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Tuesday, October 26, 2021

Ebola and the risk of losing an entire generation

She said: “Across West Africa, a generation of young people risk being lost to an economic catastrophe as harvests are missed, markets are shut and borders are closed,”. Liberia is the country hit hardest by the virus.


It’s a harsh reality that our region is faced with such a catastrophe. Thousands have already lost their lives since it was first noticed in Guinea Conakry. The intensity with which it is growing is alarming, with the World Health Organisation predicting the death toll at about 20,000 before it will be fully controlled and contained.


With more than 4,500 people already killed by this very deadly virus, there should a commitment on the part of each and every country the world over to help in stemming its tide. Political will is of the utmost importance. Same shared spirit should engender all nations to come together in a harmonious setting, in helping the West African sub region overcome this killer virus. If there is going to be only empty polemics and no positive action on the part of world leaders, then be rest assured that we are going to witness exactly what Madam Sirleaf said about losing an entire generation of young people.


There has been much effort on the part of young Gambians to sensitise and raise awareness by reaching out to the hinterlands and spreading messages on Ebola prevention and how to deal with it if there happens to be any suspicious cases. This group, Ebola Free Gambia which comprises young and diverse people is doing a tremendous job both online and in the field and it deserves commendation. The government should complement their efforts by giving them all the support they might need in the process.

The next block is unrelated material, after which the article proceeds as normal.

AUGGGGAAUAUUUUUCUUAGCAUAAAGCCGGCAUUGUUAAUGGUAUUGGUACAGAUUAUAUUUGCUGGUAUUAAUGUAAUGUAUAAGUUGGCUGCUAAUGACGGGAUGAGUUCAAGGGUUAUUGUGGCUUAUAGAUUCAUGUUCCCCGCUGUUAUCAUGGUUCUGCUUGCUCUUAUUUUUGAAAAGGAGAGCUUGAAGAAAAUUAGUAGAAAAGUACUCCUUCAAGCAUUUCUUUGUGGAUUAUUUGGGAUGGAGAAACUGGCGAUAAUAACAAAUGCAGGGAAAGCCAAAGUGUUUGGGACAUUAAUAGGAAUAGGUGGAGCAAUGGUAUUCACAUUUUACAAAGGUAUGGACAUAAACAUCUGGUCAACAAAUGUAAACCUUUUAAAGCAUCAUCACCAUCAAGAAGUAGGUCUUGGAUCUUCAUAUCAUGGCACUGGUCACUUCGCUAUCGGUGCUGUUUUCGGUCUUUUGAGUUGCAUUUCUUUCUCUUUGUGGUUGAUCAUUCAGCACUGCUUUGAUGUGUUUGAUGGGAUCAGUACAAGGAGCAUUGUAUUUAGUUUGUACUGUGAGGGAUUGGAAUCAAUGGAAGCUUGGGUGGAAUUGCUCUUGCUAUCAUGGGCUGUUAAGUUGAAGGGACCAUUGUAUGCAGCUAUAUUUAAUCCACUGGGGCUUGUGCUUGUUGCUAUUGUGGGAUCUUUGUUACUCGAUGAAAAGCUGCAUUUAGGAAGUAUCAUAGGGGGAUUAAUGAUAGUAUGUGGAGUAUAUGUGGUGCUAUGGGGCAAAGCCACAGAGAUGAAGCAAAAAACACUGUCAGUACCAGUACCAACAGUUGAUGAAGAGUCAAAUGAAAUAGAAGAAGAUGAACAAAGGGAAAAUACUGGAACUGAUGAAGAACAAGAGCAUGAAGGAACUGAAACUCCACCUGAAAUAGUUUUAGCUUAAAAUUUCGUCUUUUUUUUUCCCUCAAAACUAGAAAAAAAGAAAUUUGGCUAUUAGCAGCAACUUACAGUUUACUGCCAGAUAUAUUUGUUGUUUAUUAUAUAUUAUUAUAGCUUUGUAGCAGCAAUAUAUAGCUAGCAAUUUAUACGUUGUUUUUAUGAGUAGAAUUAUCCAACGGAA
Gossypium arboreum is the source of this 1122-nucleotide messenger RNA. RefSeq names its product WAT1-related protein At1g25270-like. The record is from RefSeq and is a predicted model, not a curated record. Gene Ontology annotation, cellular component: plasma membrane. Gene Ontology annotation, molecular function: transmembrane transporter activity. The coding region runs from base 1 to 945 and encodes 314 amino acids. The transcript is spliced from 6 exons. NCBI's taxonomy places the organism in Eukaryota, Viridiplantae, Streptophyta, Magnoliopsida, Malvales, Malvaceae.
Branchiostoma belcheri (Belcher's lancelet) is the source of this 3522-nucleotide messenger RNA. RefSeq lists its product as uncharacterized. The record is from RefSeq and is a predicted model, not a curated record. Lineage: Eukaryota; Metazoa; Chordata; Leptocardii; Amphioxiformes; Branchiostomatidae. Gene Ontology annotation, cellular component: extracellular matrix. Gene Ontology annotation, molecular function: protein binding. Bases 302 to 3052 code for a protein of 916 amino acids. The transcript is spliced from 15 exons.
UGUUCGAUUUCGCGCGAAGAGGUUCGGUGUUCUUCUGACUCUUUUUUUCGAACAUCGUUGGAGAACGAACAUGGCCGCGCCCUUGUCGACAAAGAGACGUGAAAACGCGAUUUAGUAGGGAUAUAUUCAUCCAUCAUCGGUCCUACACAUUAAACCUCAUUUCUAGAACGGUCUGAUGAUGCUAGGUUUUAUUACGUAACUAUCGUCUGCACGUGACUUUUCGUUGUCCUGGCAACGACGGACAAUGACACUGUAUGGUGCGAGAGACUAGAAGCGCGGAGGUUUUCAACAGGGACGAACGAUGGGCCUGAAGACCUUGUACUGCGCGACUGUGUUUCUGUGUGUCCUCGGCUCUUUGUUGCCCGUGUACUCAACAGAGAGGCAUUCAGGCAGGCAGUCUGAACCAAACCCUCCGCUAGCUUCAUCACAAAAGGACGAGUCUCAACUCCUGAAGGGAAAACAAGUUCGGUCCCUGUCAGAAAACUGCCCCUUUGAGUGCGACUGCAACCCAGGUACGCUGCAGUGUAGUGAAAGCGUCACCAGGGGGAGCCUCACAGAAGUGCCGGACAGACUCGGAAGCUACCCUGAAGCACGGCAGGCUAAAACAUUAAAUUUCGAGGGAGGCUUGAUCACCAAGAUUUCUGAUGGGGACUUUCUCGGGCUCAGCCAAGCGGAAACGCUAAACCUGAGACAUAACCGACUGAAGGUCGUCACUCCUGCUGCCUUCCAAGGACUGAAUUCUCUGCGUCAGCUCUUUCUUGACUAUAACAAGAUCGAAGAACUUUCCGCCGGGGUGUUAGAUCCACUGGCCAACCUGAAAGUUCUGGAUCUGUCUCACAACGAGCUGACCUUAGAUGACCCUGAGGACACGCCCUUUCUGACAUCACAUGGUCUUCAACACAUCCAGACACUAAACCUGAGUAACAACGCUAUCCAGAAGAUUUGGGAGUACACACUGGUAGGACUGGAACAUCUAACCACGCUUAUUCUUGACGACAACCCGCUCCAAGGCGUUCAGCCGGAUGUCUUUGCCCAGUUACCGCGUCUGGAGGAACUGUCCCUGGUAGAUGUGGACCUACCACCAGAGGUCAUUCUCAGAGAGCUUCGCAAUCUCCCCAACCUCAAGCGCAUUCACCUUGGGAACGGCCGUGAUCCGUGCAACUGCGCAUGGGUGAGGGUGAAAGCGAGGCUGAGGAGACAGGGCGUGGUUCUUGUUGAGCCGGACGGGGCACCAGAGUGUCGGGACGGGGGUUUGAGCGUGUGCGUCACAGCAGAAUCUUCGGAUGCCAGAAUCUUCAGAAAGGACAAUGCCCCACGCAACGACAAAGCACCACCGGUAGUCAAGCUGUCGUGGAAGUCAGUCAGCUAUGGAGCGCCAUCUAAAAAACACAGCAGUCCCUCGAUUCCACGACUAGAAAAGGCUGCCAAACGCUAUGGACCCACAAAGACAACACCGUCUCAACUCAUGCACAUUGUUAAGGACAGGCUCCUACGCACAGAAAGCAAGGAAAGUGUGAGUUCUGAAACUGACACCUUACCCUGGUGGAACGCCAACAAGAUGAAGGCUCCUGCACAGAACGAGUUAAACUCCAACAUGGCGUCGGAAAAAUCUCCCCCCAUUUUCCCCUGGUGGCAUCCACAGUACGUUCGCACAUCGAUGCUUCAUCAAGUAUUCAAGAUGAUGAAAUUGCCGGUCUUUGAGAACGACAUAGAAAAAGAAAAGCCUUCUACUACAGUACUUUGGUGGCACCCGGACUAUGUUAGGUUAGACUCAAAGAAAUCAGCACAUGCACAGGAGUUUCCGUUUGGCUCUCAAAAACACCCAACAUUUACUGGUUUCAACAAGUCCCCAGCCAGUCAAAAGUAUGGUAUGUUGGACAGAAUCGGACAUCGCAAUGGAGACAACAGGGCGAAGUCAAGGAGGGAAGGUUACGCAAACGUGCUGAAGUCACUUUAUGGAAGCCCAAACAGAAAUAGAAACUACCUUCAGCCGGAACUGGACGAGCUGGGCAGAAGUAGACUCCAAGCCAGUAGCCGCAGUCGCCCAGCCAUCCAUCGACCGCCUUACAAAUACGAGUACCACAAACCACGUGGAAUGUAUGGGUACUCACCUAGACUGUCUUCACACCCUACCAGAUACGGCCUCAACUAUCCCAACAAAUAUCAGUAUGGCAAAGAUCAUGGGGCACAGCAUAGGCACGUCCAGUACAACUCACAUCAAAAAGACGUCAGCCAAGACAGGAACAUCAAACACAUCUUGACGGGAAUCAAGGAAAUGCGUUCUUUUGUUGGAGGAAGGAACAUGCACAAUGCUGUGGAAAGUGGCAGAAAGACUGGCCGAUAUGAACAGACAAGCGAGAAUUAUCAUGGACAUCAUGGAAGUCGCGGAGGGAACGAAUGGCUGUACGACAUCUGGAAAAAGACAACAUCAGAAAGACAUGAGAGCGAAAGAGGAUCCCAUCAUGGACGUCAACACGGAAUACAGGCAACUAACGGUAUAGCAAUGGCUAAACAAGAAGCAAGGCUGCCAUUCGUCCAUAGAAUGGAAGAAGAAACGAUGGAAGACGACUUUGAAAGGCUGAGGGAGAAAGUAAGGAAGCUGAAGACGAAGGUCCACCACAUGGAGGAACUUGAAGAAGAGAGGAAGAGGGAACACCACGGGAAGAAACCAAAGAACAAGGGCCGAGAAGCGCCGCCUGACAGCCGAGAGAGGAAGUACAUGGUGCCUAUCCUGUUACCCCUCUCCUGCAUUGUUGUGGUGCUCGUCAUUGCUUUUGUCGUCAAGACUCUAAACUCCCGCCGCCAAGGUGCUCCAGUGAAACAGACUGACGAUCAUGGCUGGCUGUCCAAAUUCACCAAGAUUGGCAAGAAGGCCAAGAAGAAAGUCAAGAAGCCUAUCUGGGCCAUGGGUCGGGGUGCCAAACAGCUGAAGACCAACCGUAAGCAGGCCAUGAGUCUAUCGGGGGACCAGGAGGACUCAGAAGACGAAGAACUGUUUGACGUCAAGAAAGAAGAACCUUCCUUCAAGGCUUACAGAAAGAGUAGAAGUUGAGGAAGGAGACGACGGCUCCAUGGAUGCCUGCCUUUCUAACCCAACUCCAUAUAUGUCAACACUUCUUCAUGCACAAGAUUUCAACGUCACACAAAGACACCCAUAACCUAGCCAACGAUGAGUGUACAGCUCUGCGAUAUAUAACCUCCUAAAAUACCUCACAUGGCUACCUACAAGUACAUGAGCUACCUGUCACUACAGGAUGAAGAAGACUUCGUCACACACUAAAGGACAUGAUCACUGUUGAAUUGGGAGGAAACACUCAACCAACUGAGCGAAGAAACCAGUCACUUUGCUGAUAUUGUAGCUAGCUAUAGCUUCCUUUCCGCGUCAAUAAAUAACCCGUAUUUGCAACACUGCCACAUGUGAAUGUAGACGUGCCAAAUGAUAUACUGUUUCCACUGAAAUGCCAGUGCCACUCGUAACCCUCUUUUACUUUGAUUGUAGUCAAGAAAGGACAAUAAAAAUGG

While the West deals with Ebola, the eastern part of the continent also registered a Marburg virus case. Uganda two weeks ago confirmed that a person was killed by the virus which is in the same category as Ebola as in they are all hemorrhagic fevers. As a result 99 people have already been quarantined. These are unprecedented outbreaks in our times, and it has raised a lot of eyebrows. But while it’s important to know the external causation of many of the continent’s ill, it’s of the essence as of now to just work on the total eradication of these viruses and the restoration of health and safety and stop the speculations which will not help in the least. 


It’s also important to know that spreading panic to the detriment of providing clear cut information will do more harm than good and the public should desist from the rumor mongering and await news from the right sources. Spreading false information will hamper the sensitization process greatly. Apart from the false information, the wrong notions held about the virus should be rectified and checked against the backdrop of sound information that have been provided by authorities and scholars in the field.


African leaders must gather and work together cohesively and, locally, political and religious leaders should put aside all differences and join the bandwagon in fighting this epidemic. No one is immune as long as these viruses are all around us. Lethargy will only serve to open us to more risks. We should become pro active and sensitise each other. When there is any suspected case, we should hastily report it to the right authorities. There is no iota of doubt that this virus exist, even though there have been doubts in many people that it’s just another western hoax and propaganda. 


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